ML lives on the edge

Many analysts predict that up to 25% of jobs across the entire global economy will be augmented by AI-driven software in 2023.  Traditionaly requiring large amounts of development effort and PhD like interlect, companies such as Edge Impulse are bringing ML into products on the edge at an alarming rate. This new breed of platform allow edge ML solutions to be developed rapidly and can combine data from a wide range of sensors and other data and deploy them easily to production devices. Built in support for this technology into IoT prototyping platforms such as the Nordic Thingy:53 is allowing faster and more agile solutions to be developed with ML on the edge.

Every day I see some new way to use this technology top simplify and improve on every day tasks and products and I don’t expect this to slow down any day soon.


The future is Green

In 2023 we need to make sure our technology is environmentally sustainable. With some of these data-driven and compute-hungry technologies, the environmental costs can sometimes be hidden away in cloud data centres that companies that are using the tech will never see or touch.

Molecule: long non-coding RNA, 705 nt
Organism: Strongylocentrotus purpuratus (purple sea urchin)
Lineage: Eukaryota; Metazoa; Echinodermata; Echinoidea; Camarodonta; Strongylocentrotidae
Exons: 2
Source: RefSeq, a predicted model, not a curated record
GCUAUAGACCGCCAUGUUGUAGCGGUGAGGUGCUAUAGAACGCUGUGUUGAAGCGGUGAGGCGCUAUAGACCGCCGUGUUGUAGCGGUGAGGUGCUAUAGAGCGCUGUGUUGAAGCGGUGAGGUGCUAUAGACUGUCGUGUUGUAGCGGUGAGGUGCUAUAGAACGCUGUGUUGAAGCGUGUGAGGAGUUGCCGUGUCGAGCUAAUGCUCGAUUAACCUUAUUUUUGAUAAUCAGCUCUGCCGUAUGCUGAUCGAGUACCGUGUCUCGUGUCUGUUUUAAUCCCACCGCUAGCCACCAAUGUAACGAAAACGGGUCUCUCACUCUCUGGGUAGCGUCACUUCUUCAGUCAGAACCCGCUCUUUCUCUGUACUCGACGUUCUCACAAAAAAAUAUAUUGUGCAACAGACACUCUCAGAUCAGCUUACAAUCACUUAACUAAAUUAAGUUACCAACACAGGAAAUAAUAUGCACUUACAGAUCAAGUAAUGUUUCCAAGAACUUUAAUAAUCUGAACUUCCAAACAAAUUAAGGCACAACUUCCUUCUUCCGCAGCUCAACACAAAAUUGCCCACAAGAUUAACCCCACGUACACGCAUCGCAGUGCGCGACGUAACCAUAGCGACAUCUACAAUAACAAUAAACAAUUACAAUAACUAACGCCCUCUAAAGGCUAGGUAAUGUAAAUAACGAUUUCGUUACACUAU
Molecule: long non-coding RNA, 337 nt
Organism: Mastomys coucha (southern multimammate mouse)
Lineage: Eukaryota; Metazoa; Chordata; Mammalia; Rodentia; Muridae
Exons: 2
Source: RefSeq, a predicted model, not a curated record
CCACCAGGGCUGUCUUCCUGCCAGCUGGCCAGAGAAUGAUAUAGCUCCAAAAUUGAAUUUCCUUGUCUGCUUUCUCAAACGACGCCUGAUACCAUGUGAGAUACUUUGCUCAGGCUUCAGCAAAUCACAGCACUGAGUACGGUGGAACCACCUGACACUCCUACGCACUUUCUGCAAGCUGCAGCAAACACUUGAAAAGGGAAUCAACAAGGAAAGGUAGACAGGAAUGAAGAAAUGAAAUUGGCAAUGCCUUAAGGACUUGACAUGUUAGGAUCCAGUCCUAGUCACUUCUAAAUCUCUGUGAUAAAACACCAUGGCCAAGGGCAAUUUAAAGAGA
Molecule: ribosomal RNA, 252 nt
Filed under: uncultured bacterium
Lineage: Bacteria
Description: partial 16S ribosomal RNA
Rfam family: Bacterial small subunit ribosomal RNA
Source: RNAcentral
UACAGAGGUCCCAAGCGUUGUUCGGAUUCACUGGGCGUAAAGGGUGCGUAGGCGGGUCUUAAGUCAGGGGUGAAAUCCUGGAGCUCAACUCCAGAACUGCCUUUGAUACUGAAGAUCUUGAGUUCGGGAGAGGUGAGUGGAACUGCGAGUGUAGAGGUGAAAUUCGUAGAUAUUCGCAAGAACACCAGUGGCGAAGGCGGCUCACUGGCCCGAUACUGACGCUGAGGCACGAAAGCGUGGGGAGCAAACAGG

Customers and investors are increasingly looking for green credentials, and we will see more of this in 2023. Data centres and blockchain technology need to become greener, and companies need to ensure they don’t waste valuable resources storing data they don’t need and running algorithms that don’t add value. Similarly, hardware needs to be reusable and configurable. We will use ML to teach hardware what it is looking for and what it needs to do. Rather than building hardware that can perform one purpose.

As an industry we need to be looking at how best we can preserve and reuse resources. This is very much on the governments agenda as can be seen by the fact that from June 2022 all non-smart EV chargers are allowed to be installed.  I believe this will be very much at the front of people’s minds in 2023 and most technology projects will have to consider this.


It’s been a fantastic year for Ignys and we really can’t wait to see what 2023 brings.

Of course, it’s not over yet, so if you have the beginning of a great idea, are mid project and need some advice on how to move it forward or scale up – or maybe you’re stuck in development and need a fresh perspective. Whether it’s electronics, hardware, firmware and software design… drop us a message.